I made a playlist

I went for a walk tonight after everything but the bars had closed. The streets were still wet with rain. The air was crisp and fresh. It was a fantastic walk through the city at night. I was listening to music as I walked and decided that tonight was the night I would finally make a play list on 8tracks.com. It took me longer than I expected, primarily because some of the music I was looking for was on my phone but not on my PC. Not sure how that happened. I never download directly to my phone, I always download to my PC first. So I had to grab a couple of files off the interwebs before I could make the list itself.

I’m disappointed that the service doesn’t seem to have any method of leveling out the volume, so some of the tracks are louder than others. But I guess that’s something I should be able to do on my end. I’ll try better next time.

Midnight walk after the rain from TheRook on 8tracks Radio.

Music and memory

One of the few moments I look forward to in my day is my walk to and from work. Not that I actually enjoy walking. The walk home can be particularly arduous on long days. My feet are, more often than no, in extreme pain and it’s only the thought of making it home that keeps me going.

But I still look forward to those two twenty-five minute spans for one specific reason: music. I put my earbuds in and, with my only responsibility being putting one foot in front of the other and keeping out of traffic, I let my mind wander with the song to some imagining or another.

Now you might think I can do this at home, and I do listen to music more often than not, but at home it’s not the same. At home I have other responsibilities and distractions. I have to do the dishes, cook the food, clean the bathroom, fold the laundry, and a million other little chores and tasks. At home I have movies and television and internet. There’s Tumblr and Pinterest and dozens of other web sites to suck my attention. The music, good as it may be, is generally just another in a large cloud of distractions.

Don’t get me wrong, music at  home is good. It keeps me in a positive mood, more often than not, and quite often inspires me to get things done. Right now I’m being inspired to write these words by Ray Lamontagne singing “You can bring me flowers”, which is a song full of soft jazz and soul and so many feels you might just drown:


This lovely tune also illustrates why I love the music of my walks so much – my head space expands and I’m walking through an entirely different world. Walking while listening to my music lets me listen to my music with more intent and depth than listening to my music anywhere else.

It doesn’t hurt that walking to work inspires my mind to escape, and walking home in pain inspires my mind to flee, so the music is a very welcome and ready diversion.

Today’s music reminded me a of a significant lesson in my past. An old, old tune from the very early eighties taught me that all important lesson: A song doesn’t have to be popular to be something meaningful to you.

I loved Men At Work when they released their initial album and still enjoy “Down Under” and “Who Can It Be Now”, although both tunes have been overplayed enough that I have to be in an open and receptive mood to enjoy them these days.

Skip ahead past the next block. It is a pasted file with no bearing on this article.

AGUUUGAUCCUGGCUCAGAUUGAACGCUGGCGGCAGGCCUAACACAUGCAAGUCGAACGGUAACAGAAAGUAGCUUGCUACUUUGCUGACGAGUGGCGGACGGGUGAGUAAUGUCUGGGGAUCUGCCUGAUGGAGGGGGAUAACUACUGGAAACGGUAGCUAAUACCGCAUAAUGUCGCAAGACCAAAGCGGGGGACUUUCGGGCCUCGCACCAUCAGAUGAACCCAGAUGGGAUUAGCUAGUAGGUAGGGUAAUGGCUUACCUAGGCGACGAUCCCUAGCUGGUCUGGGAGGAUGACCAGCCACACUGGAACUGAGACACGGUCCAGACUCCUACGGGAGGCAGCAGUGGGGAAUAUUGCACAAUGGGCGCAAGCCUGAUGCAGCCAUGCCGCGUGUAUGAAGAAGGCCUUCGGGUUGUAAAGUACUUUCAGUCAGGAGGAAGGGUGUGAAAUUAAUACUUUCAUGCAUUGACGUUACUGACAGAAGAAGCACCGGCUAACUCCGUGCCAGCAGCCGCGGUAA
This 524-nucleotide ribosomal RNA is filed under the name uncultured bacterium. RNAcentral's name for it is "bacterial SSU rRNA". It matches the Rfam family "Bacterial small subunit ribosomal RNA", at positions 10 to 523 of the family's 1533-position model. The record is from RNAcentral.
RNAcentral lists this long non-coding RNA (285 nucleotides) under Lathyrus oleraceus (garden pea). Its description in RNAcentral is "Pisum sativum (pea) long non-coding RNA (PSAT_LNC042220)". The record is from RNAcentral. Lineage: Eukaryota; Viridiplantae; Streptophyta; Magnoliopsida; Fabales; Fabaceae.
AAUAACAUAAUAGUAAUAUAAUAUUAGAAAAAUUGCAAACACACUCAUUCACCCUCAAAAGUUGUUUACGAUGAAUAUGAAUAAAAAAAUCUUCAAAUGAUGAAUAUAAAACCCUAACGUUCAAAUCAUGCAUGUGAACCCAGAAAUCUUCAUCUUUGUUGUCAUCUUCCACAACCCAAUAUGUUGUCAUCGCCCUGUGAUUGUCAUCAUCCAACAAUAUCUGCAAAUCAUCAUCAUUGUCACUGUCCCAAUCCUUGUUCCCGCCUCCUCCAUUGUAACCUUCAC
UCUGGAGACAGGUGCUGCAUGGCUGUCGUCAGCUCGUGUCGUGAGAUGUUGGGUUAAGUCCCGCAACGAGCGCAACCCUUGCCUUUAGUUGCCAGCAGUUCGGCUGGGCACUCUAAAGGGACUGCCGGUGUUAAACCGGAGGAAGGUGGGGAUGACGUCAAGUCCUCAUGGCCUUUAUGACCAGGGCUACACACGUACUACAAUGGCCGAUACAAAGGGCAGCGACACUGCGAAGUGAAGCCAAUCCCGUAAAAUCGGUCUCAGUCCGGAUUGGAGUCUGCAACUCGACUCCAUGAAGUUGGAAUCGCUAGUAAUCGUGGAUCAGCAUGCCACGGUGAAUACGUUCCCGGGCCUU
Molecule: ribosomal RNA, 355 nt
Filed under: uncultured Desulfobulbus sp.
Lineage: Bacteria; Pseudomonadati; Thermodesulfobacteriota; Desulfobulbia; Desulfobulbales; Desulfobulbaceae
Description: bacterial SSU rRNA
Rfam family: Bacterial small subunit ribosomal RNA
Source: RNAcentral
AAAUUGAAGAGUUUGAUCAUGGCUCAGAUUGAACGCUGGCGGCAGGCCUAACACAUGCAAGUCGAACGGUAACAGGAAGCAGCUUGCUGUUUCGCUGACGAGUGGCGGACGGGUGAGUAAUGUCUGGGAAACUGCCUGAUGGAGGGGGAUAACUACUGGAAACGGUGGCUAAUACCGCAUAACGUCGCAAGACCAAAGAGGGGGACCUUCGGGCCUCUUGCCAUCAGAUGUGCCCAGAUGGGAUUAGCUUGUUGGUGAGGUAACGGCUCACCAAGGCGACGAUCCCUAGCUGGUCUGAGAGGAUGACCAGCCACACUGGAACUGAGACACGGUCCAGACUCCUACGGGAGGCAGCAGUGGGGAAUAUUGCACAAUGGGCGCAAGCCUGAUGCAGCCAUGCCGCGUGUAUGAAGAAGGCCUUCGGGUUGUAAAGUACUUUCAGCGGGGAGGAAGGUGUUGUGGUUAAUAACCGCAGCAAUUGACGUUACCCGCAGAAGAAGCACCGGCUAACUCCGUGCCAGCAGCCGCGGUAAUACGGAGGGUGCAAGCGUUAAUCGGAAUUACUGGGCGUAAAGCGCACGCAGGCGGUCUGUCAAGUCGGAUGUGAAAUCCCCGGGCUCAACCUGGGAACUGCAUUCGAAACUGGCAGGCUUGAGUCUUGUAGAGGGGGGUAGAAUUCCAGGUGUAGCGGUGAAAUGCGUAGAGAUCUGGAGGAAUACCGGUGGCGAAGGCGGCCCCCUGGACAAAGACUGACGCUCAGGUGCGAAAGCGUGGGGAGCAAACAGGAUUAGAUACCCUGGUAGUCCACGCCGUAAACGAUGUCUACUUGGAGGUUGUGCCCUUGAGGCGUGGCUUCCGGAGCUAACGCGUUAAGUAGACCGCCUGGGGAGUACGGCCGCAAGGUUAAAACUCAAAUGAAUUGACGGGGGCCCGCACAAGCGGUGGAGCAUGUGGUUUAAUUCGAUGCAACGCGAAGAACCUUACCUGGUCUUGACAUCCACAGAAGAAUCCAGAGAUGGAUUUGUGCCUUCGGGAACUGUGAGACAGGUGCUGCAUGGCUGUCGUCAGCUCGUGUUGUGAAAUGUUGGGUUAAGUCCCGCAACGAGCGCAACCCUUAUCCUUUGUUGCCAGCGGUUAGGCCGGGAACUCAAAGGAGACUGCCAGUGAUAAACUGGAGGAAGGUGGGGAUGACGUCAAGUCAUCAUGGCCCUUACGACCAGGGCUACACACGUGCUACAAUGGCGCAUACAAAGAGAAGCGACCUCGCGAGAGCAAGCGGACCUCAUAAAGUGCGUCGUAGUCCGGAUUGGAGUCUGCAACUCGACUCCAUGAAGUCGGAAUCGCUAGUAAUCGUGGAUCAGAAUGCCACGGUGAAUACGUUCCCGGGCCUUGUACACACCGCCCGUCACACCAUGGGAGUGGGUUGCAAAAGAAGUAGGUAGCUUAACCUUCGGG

But today my phone dredged up another tune from that album: Down By the Sea. It was one of the first tunes I ever fell in love with that wasn’t loved by everyone else I knew. It would have fit perfectly on a “Headphones Only” playlist, something I plan on setting up on my phone gradually.

Another song of theirs that stuck in my head as one of “My” songs was Be Good Johnny. At the time it epitomized my interactions with most of the adults in my family. Being six feet tall and over 200 pounds it was a mystery to every one of them that I had no interest in sports whatsoever. Be Good Johnny, to me, told the story of a child more interested in imagination than football or cricket, and that was me all over. I would have been better suited to a smaller, bookish body.

Modest Mouse: Missed the Boat

I really love this song:

While we’re on the subject
Could we change the subject now?
I was knocking on your ears
Don’t worry, you were always out
Looking towards the future
We were begging for the past
Well, we know we had the good things
But those never seemed to last
Oh, please just last

Everyone’s unhappy
Everyone’s ashamed
Well we all just got caught looking
At somebody else’s page
Well, nothing ever went
Quite exactly as we planned
Our ideas held no water
But we used them like a dam

Oh, and we carried it all so well
As if we got a new position
Oh, and I laugh all the way to hell
Saying, “Yes, this is a fine promotion”
Oh, and I laugh all the way to hell

Of course everyone goes crazy
Over such and such and such
We made ourselves a pillar
But we just used it as a crutch
We were certainly uncertain
At least I’m pretty sure I am
Well, we didn’t need the water
But we just built that good goddamn

Oh, and I know this of myself
I’d assume as much for other people
Oh, and I know this of myself
We’ve listened more to life’s end gong
Than the sound of life’s sweet bells

Was it ever worth it?
Was there all that much to gain?
Well, we knew we’d missed the boat
And we’d already missed the plane
We didn’t read the invite
We just danced at our own wake
All our favorites were playing
So we could shake, shake, shake, shake, shake

Tiny curtains open and we heard the tiny clap of little hands
A tiny man would tell a little joke and get a tiny laugh from all the folks
Sitting, drifting around in bubbles and thinking it was us that carried them
When we finally got it figured out that we had truly missed the boat

Oh, and we carried it all so well
As if we got a new position
Oh, and we owned all the tools ourselves
But not the skills to make a shelf with
Oh, what useless tools ourselves

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